Inclusion in Primary education

This session meets Teacher standards 1 and 5.

SEND? What does Inclusion look like? Developing Inclusion attitude?

SEND my definition 

An individual who has a physical or mental difficulty that impacts their learning and development, who will need extra special support.

19.05 slide1.PNGThis indicates that SEND has different codes of practice for individuals to support their learning, development and emotions. On practice their was a child with Autism and a practice in place was for the child to always be at the end of the line. This made the child feel comfortable and then supported them in their emotions and concentration. As well as this it is important for teachers to identify the difficulty or need and then put procedures in place to support this.

SEN is defined as difficulty in one or more of the following areas: 

  • Communication and interaction
  • Cognition and learning
  • Social, emotional and mental health difficulties
  • Sensory and/or physical needs

When on professional practice there was a child who was Autistic and this special educational need affected all aspects above in one way or another, but manly his communication and interaction.

19.05 slide2.PNG

In a Year 6 class an indicator of communication and interaction difficulties would be the child not offering eye contact also children may not interact with others in the classroom or outside for example, the playground. In high KS1 children may become distressed when routines change or noise levels become too much for this child. As well as this according to Piaget children in Year 2 should have some interaction abilities so if children do not play with other children this may be an indicator.

We watched a video clip of children engaging in a task, here are the observations I made.

Action Impact Need
The child I observed was struggling to share with other children This impacted the child forcing relationships and developing interactions. Communication and Interaction
The child repeatedly put items in their mouth This shows that the child may be anxious Sensory and/or physical needs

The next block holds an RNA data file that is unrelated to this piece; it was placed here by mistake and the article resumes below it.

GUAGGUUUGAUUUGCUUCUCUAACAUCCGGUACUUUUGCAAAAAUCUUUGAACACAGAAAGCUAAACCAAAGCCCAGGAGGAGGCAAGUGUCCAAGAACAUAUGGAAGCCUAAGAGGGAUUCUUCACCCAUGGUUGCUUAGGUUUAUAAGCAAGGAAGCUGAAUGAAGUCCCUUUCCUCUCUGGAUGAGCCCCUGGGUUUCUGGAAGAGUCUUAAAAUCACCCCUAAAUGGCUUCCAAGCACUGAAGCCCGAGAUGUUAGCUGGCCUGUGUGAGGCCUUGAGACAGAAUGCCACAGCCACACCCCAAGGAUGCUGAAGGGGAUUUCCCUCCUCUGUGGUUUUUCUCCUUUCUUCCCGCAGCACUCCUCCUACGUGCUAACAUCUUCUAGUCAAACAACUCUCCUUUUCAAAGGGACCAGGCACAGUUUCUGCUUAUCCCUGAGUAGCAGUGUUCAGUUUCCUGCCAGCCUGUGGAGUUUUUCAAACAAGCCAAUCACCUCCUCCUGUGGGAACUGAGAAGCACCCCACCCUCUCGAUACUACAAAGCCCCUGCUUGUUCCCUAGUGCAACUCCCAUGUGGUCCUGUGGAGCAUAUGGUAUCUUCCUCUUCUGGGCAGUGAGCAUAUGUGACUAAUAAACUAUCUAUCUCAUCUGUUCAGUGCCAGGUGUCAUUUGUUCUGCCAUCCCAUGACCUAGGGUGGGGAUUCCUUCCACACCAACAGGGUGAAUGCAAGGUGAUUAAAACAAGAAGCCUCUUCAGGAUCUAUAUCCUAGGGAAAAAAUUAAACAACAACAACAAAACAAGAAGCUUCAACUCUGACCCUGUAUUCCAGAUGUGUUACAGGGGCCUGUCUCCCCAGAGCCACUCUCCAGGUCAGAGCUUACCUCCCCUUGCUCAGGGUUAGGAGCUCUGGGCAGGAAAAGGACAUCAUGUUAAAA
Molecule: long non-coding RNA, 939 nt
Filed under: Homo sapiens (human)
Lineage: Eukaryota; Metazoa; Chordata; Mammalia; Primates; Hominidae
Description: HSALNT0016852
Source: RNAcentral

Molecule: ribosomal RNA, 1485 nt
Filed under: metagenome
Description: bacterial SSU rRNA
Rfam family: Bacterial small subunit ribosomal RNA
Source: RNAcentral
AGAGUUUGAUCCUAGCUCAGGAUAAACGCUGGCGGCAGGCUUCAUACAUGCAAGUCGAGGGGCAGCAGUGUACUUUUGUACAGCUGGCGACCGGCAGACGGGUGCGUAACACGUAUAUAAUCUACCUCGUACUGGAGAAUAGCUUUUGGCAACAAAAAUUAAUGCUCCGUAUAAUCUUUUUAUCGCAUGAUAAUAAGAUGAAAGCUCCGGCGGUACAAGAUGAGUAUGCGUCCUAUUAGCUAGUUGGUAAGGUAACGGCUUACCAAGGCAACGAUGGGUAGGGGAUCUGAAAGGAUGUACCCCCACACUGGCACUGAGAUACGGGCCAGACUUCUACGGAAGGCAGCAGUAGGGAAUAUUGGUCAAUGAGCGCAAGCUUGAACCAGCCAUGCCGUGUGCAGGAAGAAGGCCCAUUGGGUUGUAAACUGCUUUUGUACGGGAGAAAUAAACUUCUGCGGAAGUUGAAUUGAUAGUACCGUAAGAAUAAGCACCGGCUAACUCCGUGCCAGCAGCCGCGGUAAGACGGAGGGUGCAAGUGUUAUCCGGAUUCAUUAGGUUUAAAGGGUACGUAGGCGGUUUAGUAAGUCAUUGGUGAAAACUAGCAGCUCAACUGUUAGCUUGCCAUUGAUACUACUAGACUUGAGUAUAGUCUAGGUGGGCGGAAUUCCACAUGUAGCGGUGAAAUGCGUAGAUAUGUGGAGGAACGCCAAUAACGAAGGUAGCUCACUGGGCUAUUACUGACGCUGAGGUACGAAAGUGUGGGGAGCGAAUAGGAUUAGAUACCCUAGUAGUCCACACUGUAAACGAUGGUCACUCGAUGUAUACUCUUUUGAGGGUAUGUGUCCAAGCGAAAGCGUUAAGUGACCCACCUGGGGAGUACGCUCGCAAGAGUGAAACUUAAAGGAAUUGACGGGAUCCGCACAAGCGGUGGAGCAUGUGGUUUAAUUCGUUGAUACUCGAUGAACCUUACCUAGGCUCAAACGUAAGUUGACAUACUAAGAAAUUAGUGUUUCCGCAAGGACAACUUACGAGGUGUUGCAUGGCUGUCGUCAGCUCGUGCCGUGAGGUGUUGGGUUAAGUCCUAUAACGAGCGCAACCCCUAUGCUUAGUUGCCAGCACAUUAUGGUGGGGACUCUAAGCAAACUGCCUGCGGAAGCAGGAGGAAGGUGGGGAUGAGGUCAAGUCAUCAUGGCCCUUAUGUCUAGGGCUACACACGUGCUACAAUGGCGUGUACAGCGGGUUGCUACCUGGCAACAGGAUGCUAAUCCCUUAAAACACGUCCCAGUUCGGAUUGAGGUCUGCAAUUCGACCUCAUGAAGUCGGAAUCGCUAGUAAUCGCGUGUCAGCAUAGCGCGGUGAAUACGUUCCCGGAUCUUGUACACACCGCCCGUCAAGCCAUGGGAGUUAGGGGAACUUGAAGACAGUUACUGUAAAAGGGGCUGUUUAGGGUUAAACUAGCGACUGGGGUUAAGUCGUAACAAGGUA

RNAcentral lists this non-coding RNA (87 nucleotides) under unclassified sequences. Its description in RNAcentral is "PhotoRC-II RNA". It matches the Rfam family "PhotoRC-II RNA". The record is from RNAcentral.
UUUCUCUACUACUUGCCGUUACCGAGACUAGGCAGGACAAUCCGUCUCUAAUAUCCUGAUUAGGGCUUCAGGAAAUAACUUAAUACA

The child was easily distracted by others This affected their development because the child was not able to apply their full concentration on their work /task Cognitive and learning

 

 

19.05 slide4 These statements will then influence inclusion. Following this we have created an activity and day out  for a year 4 class and a child in our class has muscular dystrophy. Our ideas are below.

 

19.05 lesson.jpg

 

19.05 slide5 I have to ensure that the attitudes towards SEN and inclusion are not judgemental. Every child has something special about them and as a teacher I should respect this and used these or support these in the best way possible for the child.

 

Values I will follow to ensure inclusion 

Ensure my class is welcoming and accessible for all children: this is because I feel that is a child is comfortable  they will then have a better opportunity at achieving and learning.

Viewing children as a whole class but also as individuals: this is because children are all different and learn and develop at different rates,. SEN will impact that, therefore  I will have to view the children as an individual but ensure they feel as a whole in the class.

Relationships: this is because relationships are beneficial to all children and whether a child has SEN or does not, the relationships they have with me or other staff/child will support them in learning, development and emotions.

19.05 slide6

I feel this source supports teacher in ensuring inclusion is in place. As well as supporting teachers and educators what should be implemented when inclusion is in place.

All schools should have SEN codes of practice that supports schools and teachers in promoting inclusion and supporting children’s additional needs. Educational health care plans can be in place to support children with additional needs to guide teachers when supporting the child.

Teachers are responsible for the progress and development of all children in their class. Therefore, teachers have to support and help children progress whether they  have SEN or not.

To identify SEN, a teacher needs to understand the typical development for the age they are teaching. This will include their knowledge, experiences, background and peers. As well as this teachers need to identify children’s issues for example transitions. Finally to understand the children’s behaviour and actions for their age. Then from all of this collated information the teacher can seek advice and asses the child.

I feel that relationships are key to supporting inclusion. This is because teachers can interact easier with the children and also the parents. Teacher parent relationships are important and key to inclusion because it will support interactions when talking about SEN, the child and inclusion.

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